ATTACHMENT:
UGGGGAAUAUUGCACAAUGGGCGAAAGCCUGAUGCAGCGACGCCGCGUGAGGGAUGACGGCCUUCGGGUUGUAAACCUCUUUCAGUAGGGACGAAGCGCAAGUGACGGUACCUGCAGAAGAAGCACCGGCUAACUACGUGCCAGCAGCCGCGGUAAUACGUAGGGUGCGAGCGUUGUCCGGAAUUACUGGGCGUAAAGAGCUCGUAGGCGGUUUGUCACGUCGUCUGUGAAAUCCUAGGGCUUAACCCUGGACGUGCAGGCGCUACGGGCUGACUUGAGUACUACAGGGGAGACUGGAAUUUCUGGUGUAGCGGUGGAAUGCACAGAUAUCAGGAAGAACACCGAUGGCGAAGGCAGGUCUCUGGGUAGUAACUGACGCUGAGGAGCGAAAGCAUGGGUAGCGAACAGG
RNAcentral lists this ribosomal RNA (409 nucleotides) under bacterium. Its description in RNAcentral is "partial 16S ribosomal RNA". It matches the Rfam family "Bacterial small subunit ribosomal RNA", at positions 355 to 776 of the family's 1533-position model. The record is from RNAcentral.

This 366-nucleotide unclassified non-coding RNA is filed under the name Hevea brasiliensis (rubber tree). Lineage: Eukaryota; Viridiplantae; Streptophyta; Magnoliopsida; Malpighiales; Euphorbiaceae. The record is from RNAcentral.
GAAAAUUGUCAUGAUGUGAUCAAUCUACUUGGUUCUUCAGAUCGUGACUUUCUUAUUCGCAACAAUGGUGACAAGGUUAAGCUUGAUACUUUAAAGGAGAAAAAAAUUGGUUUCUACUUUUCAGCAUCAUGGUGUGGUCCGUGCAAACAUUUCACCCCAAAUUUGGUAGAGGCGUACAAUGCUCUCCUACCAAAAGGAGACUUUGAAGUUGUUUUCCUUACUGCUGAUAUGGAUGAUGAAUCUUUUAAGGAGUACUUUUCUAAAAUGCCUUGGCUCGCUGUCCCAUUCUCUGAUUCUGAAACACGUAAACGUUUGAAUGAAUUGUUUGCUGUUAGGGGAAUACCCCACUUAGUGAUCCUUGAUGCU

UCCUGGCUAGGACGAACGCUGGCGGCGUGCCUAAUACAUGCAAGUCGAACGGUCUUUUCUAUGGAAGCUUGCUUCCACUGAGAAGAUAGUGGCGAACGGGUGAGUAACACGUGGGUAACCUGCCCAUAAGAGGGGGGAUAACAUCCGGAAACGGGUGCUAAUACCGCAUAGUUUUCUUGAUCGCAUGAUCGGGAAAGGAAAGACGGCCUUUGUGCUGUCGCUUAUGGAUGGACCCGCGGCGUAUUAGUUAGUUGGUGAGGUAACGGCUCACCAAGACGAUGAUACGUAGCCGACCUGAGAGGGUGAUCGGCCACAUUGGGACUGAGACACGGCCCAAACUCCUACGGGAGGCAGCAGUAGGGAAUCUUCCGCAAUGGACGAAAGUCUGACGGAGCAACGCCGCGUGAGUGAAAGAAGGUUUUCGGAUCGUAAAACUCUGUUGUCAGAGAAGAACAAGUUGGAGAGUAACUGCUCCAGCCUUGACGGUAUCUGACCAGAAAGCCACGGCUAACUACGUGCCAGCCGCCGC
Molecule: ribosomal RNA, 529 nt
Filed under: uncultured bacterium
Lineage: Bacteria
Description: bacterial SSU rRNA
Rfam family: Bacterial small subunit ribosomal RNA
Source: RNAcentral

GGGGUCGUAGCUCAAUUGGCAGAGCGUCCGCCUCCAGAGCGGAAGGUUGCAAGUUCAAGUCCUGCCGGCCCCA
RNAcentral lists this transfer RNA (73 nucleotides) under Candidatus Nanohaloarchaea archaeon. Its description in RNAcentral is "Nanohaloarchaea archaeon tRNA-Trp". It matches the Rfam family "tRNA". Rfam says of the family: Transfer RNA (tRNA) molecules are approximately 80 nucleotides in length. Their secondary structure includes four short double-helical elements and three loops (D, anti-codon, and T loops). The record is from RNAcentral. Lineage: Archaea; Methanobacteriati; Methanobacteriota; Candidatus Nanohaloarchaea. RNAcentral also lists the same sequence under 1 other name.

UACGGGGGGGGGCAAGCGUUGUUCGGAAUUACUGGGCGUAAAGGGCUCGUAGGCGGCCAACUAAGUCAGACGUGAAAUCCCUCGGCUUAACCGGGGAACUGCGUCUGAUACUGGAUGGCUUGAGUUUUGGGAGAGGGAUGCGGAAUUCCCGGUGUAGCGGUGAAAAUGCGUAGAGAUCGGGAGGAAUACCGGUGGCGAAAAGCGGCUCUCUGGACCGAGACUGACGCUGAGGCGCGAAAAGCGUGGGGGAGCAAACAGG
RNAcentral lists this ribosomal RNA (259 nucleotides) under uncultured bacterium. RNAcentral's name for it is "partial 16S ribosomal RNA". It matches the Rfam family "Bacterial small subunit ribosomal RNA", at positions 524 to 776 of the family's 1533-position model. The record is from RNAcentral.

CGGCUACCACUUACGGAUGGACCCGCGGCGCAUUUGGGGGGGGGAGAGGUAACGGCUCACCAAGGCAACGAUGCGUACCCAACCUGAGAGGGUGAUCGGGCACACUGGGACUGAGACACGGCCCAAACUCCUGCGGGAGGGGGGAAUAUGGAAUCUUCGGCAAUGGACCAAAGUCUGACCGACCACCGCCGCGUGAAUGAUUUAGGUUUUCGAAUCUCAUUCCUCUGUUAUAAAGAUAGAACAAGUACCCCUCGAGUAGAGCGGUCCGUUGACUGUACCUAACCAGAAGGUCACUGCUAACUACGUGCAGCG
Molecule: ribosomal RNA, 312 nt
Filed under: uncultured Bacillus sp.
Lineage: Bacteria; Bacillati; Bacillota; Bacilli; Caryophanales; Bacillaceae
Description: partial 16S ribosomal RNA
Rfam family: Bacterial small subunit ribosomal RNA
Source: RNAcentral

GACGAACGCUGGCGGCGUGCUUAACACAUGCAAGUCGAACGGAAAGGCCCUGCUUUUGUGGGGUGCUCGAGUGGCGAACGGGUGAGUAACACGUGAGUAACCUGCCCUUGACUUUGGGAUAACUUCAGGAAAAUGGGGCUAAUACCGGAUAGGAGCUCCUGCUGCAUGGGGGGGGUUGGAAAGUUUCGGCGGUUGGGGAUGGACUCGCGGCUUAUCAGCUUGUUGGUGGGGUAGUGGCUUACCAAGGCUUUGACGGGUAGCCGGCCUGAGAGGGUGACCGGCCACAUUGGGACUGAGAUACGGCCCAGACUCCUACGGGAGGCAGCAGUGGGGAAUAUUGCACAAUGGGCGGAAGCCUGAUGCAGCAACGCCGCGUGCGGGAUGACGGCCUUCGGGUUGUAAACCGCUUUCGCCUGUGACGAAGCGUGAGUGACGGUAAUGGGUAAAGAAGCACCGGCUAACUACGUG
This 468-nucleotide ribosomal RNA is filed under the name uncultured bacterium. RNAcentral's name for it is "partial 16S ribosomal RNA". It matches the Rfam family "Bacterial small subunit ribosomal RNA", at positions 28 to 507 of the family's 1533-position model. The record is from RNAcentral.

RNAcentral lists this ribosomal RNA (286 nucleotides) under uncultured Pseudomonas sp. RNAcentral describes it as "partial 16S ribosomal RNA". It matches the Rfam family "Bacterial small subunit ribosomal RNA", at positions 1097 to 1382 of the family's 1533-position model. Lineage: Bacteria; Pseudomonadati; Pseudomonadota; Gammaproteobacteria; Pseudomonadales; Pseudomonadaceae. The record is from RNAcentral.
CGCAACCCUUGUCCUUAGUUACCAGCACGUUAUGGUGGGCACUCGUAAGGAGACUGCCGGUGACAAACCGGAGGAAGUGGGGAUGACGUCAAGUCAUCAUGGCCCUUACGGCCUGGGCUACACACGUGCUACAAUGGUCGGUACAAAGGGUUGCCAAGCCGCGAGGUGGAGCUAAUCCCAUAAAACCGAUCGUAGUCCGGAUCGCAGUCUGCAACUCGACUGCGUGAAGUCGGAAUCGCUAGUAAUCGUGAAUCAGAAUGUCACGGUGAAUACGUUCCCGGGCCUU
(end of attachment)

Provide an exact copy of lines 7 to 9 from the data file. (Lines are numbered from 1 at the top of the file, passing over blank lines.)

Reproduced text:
Filed under: uncultured bacterium
Lineage: Bacteria
Description: bacterial SSU rRNA